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Monday Notes

Someday My Prince Will Come, from Snow White to Jazz

[Monday Notes no. 39] Many songs in the jazz repertoire derive from musicals and films, and cartoons are no exception. In the 1937 cartoon, Snow White sings Someday My Prince Will Come to an audience of dwarves and forest animals.

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Monday Notes

Flamenco Sketches, modal jazz and open form

[Monday’s Notes no. 148] Flamenco Sketches is a track from Miles Davis’ album Kind of Blue, a masterpiece entirely dedicated to modal music. Among the various modal scales, the Phrygian mode and the flamenco scale are of particular importance, hence the title of this composition, of clear Hispanic inspiration. I transcribed and analysed the solos…

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Monday Notes

Kenny Dorham, Blue Bossa. Bossa nova from a Jazzman’s perspective

[Monday Notes no. 113] Blue Bossa is one of the simplest pieces in the jazz repertoire and one of the most popular among beginners. Yet the author Kenny Dorham himself did not take it too seriously, to the point that he only recorded it once. Joe Henderson, on the other hand, liked the piece and…

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Monday Notes

I Remember Clifford, a theme by Benny Golson for his friend Clifford Brown

[Monday’s Note 98] I Remember Clifford was composed by Benny Golson as a tribute to Clifford Brown who died tragically in a car accident. However, the piece does not express despair, it is music inspired more by the memory of the friend than by the sorrow for his death.

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Monday Notes

Booker Little, Man Of Words. Improvisation in Aeolian mode

[Monday Notes no. 96] Booker Little in an interview declared: ‘the most important aspect of music is the emotional aspect’. You only need to listen to Man Of Words to realise that this was not a generic statement, but that Booker Little lived music in a truly intense and profound way.

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Monday Notes

Roy Eldridge, After You’ve Gone. Jazz trumpet between Armstrong and Gillespie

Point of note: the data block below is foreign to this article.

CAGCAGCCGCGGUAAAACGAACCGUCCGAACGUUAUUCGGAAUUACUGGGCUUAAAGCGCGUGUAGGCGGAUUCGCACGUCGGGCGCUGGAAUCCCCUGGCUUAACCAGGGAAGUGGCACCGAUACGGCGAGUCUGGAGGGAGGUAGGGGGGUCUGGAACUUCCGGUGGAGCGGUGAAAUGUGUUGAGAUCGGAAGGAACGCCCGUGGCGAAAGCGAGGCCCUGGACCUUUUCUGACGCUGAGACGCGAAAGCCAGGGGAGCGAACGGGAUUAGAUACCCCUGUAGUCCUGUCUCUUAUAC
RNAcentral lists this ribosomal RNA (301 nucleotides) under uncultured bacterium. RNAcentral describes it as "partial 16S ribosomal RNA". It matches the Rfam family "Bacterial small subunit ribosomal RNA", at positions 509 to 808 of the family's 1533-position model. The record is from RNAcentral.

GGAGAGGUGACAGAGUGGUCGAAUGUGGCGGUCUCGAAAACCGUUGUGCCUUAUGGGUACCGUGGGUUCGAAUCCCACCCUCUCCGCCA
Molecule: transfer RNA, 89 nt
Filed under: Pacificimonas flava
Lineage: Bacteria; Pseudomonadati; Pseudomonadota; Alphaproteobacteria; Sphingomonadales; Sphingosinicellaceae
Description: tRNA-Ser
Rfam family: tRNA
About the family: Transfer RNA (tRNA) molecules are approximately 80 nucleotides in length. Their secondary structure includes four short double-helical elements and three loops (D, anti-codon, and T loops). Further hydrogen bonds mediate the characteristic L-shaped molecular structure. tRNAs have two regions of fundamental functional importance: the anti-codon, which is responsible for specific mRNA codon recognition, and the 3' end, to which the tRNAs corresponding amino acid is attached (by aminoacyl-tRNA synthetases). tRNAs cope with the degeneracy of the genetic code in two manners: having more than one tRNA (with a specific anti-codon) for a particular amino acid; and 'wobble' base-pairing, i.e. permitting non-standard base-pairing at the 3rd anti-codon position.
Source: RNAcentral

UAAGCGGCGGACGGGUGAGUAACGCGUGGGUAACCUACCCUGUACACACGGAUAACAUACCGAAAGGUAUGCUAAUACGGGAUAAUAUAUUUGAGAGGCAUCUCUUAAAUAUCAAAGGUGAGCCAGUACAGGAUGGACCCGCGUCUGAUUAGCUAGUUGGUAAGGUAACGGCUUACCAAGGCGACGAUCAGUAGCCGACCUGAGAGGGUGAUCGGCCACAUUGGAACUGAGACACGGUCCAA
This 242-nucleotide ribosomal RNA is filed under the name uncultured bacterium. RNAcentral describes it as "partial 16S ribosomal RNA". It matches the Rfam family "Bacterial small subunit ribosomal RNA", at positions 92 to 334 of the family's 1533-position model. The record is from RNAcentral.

[Monday Note no. 8] Guitarist J.W.Smith remembers that Dizzy Gillespie, his room-mate during a European tour, used to wake him up every morning listening to Roy Eldridge’s After You’ve Gone.

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Monday Notes

Louis Armstrong, West End Blues. Trumpeter singer and showman

[Monday’s Note No. 4] Louis Armstrong is one of the most charismatic characters in jazz history. Of humble origins, he survived a childhood full of dangers, and it almost seems as if a guardian angel lived on his shoulder and that nothing could disturb his extraordinary optimism. We listen to and analyse his performance of…

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Monday Notes

Tadd Dameron, Lady Bird. 16 measures for playing jazz

[Monday Note No. 84] Lady Bird is one of the most famous pieces composed by Tadd Dameron, one of the most important pianists and arrangers for the rise of bebop. Lady Bird is an extremely simple and compact piece, consisting of only 16 measures in which, however, a lot happens.

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Monday Notes

Hot Lips Page, Thirsty Mama Blues. A classic blues tale.

[Monday’s Notes No. 80] The picture of the slacker who stays at home drinking while his wife works to support the family is recurrent in the blues. In fact, in certain historical periods it was easier for a black woman to find work as a servant than for a man. Thirsty Mama Blues by Hot…

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Monday Notes

Bunny Berigan, I Can’t Get Started. The Chet Baker of the 1930s

[Monday Notes no. 76] Bunny Berigan was one of the greatest trumpet players of the 1930s, esteemed and requested by many musicians including Benny Goodman and Tommy Dorsey. In the song entitled I Can’t Get Started we can appreciate his prowess as a trumpeter, but also his personality and charisma as a singer.

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